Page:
Kent edge first day at Canterbury
Kent edge first day at Canterbury

An engaging and hard-fought opening day to this 204th first-class battle between Kent and Yorkshire ended with the hosts edging proceedings courtesy of a gritty, unbeaten half-century from Zak Crawley.

By stumps at a bright, breezy yet chilly Canterbury, Kent closed on 130 for four to trail by 80 runs going into day two of this Specsavers County Championship first division match.

Kent’s first day of top-flight cricket at the Spitfire Ground, St Lawrence in almost nine years went well from the off as they dismissed Yorkshire for 210 within two sessions.

Matt Milnes, with three for 63, and Harry Podmore, who took two for 33, were the pick of the home attack as the visitors succumbed inside 57 overs.

In the face of some testing bowling Kent’s response started meekly when, in the fourth over, Sean Dickson played across a full-length ball from Duanne Olivier to lose middle stump.

Australian Test left-hander Matt Renshaw, in his farewell match for Kent, reached 16 with four crisp boundaries before being drawn toward a Ben Coad leg-cutter that he edged to slip.

Then, with 51 on the board, Tom Kohler-Cadmore landed an early blow in the battle of the hyphenated surnames when he pouched a tumbling low slip catch to his right off Daniel Bell-Drummond’s outside edge to give Tim Bresnan a first-over scalp.

After almost 90 minutes at the crease Crawley reached 30 to become top-scorer of the day, but moments later Heino Kuhn’s late decision to cut against Bresnan led to an edged catch to slip.

Bresnan and Steven Patterson combined to provide a stern examination but Crawley and fifth-wicket partner Ollie Robinson rode the storm to take Kent’s total into three figures with Crawley posting a 76-ball 50 with 10 fours.

The pair added an unbroken 59 through to stumps with Robinson contributing 14 not out and Crawley an unbeaten 73.

Despite losing the toss, Kent made best of starts with a first-ball wicket from Podmore, who ran one down the slope to graze the outside edge of Adam Lyth’s bat for a catch at second slip.

On his championship debut, Kent’s Netherlands left-arm seamer Fred Klaassen struck with his fifth ball as first change by removing former England left-hander Gary Balance with an away-swinger that Balance nicked to the keeper.

Podmore sent Harry Brook packing for 29 off 26 balls when Brook, who was taking guard on middle and off, inexplicably walked further across his wickets in aiming to mid-on only to leave the path clear for Podmore to peg back leg.

Podmore rested after a fine stint of 7-3-12-2, but Yorkshire’s demise continued when Kohler-Cadmore called Jack Leaning through for a risky single that led to Leaning’s run out to Heino Kuhn’s direct hit from mid-on to the striker’s end stumps.

Kohler-Cadmore compounded his bad call by top-edging a pull against Milnes to long leg then, in the last over before lunch, Bresnan fended a lifting leg-cutter from Milnes to third slip.

Kent picked up a seventh scalp early in the mid-session when a perfectly pitched leg-cutter from Milnes clipped the top of Dom Bess’s off stump as the right-hander pushed defensively off the back foot.

Mitch Claydon was rewarded for his hostile spell from the Nackington Road End when he snared Jon Tattersall leg before with a shooting off-cutter, then Bell-Drummond, fast becoming Kent’s partnership breaker, induced Coad to drive at an away-swinger and toe-end an overhead catch to gully.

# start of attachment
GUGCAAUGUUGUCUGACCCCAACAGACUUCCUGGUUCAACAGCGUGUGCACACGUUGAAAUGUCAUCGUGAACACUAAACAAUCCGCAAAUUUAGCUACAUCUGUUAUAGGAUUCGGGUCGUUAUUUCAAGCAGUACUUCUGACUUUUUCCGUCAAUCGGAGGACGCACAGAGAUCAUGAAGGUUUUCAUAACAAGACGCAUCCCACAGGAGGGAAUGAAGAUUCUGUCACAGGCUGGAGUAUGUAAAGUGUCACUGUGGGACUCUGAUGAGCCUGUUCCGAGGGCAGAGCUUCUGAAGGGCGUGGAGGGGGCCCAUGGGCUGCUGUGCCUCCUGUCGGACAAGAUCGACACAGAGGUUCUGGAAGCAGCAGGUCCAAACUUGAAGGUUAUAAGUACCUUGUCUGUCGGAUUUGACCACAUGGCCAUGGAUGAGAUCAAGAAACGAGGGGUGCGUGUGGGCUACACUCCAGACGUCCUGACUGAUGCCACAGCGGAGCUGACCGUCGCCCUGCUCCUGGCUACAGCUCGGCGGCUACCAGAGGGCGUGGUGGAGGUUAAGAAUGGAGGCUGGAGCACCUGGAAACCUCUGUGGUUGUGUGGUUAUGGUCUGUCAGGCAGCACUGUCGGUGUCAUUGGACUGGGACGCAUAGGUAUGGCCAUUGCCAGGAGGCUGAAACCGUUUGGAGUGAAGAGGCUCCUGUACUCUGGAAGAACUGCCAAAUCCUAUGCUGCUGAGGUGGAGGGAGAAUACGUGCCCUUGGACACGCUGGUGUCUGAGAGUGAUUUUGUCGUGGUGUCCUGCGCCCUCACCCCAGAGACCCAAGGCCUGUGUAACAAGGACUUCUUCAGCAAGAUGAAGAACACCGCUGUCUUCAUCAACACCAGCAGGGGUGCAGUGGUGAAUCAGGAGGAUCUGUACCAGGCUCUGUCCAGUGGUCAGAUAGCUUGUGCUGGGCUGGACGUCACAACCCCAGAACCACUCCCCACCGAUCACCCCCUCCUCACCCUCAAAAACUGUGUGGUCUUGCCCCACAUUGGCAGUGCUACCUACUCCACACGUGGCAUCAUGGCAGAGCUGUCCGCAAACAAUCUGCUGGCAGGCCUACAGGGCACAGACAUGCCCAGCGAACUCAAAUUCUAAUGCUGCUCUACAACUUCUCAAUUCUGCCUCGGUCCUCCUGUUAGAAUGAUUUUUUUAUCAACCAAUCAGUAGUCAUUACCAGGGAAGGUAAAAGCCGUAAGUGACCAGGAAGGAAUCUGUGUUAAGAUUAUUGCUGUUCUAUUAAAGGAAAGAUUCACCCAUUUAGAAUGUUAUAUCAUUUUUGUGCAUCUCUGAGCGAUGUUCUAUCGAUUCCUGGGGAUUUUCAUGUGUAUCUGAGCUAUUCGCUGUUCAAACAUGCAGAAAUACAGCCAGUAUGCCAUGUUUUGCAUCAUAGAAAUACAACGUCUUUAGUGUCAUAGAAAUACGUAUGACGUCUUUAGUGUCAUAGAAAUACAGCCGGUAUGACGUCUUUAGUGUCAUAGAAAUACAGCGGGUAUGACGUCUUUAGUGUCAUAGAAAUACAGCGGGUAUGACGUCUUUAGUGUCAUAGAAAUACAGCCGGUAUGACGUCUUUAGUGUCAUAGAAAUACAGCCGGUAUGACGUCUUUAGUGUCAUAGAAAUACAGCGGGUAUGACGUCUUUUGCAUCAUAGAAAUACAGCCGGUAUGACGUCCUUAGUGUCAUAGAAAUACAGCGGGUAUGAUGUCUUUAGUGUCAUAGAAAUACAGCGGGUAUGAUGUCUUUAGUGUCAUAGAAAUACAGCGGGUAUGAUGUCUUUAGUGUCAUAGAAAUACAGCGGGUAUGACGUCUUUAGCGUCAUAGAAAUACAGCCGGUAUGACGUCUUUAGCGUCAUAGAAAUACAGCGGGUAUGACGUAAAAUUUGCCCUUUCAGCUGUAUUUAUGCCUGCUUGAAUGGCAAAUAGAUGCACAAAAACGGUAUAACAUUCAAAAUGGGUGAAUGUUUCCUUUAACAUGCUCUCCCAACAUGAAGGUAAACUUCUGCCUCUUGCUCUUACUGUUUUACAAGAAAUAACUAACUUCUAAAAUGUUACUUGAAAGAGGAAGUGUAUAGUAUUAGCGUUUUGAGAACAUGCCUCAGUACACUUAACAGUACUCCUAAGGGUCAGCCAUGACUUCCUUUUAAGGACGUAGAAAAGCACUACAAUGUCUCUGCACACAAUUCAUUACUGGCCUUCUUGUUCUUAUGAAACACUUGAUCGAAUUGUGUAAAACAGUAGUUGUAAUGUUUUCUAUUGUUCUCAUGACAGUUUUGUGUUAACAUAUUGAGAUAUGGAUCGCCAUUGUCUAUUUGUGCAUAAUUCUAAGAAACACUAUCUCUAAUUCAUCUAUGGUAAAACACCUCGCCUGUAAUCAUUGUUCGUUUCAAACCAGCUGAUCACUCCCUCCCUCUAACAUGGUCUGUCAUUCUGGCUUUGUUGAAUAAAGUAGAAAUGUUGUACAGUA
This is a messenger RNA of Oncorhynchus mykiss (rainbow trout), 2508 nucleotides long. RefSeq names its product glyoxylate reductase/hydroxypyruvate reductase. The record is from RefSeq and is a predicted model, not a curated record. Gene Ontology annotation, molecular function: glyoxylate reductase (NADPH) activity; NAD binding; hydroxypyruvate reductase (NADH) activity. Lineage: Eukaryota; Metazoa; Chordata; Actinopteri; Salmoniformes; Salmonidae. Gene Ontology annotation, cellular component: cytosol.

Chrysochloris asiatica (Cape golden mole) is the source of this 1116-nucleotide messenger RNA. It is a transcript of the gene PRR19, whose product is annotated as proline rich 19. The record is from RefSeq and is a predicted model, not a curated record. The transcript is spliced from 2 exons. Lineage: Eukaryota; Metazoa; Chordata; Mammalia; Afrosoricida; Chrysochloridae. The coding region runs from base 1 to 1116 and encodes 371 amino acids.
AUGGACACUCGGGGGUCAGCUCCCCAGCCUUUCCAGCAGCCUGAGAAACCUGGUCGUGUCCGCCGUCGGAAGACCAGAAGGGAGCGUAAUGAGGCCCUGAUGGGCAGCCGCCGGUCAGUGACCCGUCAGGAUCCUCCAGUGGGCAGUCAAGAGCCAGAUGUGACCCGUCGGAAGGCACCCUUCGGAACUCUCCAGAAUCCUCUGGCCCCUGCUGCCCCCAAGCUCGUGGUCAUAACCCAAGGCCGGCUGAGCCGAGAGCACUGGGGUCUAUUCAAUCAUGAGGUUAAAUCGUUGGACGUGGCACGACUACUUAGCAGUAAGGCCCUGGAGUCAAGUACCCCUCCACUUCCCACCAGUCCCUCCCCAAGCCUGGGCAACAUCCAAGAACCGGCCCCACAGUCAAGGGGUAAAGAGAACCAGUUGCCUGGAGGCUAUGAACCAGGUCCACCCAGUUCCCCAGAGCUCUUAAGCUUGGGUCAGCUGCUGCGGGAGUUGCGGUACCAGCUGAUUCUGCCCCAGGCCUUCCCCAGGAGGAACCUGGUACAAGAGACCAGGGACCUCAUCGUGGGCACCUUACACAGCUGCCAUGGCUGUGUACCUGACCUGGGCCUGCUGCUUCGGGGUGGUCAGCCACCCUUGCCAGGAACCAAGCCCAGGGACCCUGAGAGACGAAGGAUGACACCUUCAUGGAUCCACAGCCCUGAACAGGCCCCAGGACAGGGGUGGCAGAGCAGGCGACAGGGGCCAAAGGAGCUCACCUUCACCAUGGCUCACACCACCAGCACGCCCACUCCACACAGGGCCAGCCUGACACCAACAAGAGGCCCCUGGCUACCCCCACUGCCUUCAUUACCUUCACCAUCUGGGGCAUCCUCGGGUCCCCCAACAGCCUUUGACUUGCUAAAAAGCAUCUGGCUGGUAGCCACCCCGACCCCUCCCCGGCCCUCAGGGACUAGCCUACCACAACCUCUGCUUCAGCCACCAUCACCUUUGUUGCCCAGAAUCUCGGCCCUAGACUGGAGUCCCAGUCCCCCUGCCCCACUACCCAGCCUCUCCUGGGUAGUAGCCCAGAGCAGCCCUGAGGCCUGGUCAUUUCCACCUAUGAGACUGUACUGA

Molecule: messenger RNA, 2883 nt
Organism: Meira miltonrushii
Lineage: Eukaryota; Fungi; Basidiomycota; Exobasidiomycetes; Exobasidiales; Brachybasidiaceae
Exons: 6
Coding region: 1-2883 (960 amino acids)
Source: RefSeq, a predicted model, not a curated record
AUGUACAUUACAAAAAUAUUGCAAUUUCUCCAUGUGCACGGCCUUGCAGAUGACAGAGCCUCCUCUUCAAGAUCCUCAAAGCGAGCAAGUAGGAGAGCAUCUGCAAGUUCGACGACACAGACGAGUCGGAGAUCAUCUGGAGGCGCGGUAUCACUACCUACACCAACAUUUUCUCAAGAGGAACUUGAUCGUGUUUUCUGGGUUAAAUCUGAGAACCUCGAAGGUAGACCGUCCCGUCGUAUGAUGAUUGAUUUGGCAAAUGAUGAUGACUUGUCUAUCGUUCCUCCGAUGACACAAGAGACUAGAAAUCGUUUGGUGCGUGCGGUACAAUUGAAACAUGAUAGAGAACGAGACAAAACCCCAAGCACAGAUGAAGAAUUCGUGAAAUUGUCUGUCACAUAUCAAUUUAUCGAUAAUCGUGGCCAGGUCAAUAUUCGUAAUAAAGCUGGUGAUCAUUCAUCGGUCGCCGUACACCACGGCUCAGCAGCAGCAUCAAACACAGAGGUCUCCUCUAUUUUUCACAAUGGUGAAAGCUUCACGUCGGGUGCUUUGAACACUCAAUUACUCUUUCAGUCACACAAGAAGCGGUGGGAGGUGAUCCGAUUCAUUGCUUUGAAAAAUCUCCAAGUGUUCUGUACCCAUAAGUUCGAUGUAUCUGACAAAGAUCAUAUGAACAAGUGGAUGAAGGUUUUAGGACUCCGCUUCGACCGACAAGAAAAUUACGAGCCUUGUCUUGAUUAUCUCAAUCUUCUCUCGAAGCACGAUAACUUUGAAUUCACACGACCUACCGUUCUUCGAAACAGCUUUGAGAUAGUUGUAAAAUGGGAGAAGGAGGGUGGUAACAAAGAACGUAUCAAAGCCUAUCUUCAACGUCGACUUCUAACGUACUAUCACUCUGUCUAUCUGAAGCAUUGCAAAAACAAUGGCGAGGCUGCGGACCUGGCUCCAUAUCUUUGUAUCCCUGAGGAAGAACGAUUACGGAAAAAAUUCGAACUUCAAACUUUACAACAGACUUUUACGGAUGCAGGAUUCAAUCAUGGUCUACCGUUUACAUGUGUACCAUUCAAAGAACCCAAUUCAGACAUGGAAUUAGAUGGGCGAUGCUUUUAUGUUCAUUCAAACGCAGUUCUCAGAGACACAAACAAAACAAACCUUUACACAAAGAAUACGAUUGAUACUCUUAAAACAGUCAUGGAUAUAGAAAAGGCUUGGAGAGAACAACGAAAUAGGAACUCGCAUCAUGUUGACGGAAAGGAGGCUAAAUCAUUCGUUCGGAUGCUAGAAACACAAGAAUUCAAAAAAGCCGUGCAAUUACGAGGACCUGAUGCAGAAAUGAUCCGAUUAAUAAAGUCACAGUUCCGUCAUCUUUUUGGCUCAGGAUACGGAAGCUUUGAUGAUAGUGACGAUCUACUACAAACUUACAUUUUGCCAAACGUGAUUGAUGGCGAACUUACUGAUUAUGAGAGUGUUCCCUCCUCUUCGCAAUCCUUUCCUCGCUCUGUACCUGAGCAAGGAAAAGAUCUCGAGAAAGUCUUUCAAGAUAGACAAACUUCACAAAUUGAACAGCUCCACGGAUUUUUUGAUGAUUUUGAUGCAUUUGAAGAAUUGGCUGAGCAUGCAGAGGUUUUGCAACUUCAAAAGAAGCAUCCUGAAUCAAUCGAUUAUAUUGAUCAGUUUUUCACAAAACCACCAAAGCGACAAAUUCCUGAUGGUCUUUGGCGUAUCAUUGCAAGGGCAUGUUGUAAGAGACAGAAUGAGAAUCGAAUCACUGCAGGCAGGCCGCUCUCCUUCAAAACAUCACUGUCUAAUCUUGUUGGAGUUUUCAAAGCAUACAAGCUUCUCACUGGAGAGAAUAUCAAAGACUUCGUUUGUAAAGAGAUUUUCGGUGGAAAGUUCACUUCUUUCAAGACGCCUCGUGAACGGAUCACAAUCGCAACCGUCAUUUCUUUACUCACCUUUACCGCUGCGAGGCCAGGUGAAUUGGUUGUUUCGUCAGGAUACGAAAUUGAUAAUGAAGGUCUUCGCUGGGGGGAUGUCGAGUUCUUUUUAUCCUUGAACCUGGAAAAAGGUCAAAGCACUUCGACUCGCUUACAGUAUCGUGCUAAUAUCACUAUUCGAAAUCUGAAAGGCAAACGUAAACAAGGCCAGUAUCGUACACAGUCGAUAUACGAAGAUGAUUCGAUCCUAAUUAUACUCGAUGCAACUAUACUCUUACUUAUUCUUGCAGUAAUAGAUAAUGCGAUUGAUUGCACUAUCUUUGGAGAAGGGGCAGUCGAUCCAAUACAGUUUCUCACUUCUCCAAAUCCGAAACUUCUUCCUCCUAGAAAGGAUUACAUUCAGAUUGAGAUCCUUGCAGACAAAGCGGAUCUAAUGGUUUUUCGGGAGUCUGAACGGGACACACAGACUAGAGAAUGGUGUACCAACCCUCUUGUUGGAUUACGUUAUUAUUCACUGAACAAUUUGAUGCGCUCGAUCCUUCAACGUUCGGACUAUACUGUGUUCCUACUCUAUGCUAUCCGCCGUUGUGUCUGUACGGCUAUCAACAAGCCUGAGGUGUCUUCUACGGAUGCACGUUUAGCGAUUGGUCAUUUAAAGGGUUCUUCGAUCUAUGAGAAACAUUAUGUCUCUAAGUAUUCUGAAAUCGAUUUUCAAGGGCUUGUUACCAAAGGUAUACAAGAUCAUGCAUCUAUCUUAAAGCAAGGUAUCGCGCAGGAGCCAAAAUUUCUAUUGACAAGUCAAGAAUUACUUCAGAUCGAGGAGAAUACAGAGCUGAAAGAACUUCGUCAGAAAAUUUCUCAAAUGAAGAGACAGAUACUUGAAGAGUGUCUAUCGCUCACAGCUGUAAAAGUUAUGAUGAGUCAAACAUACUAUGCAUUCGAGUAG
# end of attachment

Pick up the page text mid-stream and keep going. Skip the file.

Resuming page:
Last-wicket partners Olivier and Patterson hit out lustily to see the visitors pass 200 for a single batting bonus point before Claydon finger-tipped Olivier’s mistimed pull onto the non-striker’s end stumps to run out Patterson.

Harry Podmore, who took a wicket with his first delivery of the day, said: “Moving from white ball to red ball there’s going to be a difference in performance but we adjusted really well and if you put the ball in the right areas these Canterbury pitches offer something for the bowlers.

“With the new groundsman here the wickets, and particularly the one-day pitches, have been awesome and it was nice to get some bounce and carry through to the keeper today.

“My personality is that I’m always striving for better. I got two decent early wickets and felt I should have followed up with a few more, but that’s cricket and hopefully we can come back tomorrow and push on.

“We had them 90-odd for six, but gone are the days in cricket when 8, 9, 10 and 11 can’t bat anymore and Yorkshire proved that today. We’ve got a tail that can bat too, but we’ve still got Zak Crawley at the crease. He’s been tremendous this season so far and is going to be a very good player. He’s young, hungry with a calm head on young shoulders and I’m happy for him.”

Yorkshire’s Tim Bresnan, who took two wickets having suffered a four-ball duck, said: “We’re doing okay considering we’ve possibly misjudged the pitch. It’s offered a lot to the seamers throughout the day, even when the ball has got slightly older.

“The lads that got into the 20s batting for us said they never really felt in and felt they could nick-off at any moment. I reckon we misread it at the toss, but that happens some days. The overhead conditions were perfect for batting and it looked like a shirtfront, but it’s offered help all day.

“It’s not a 210 all out wicket though and we’ve made mistakes through the top six and beyond. We’ve only got ourselves to blame, but I thought we fought back well with the ball.

“They’ve finished on 130 for four and we feel hard done by. They could easily have been 90 for six or seven, so I think we’ll get our rewards tomorrow if we keep at it.”


 
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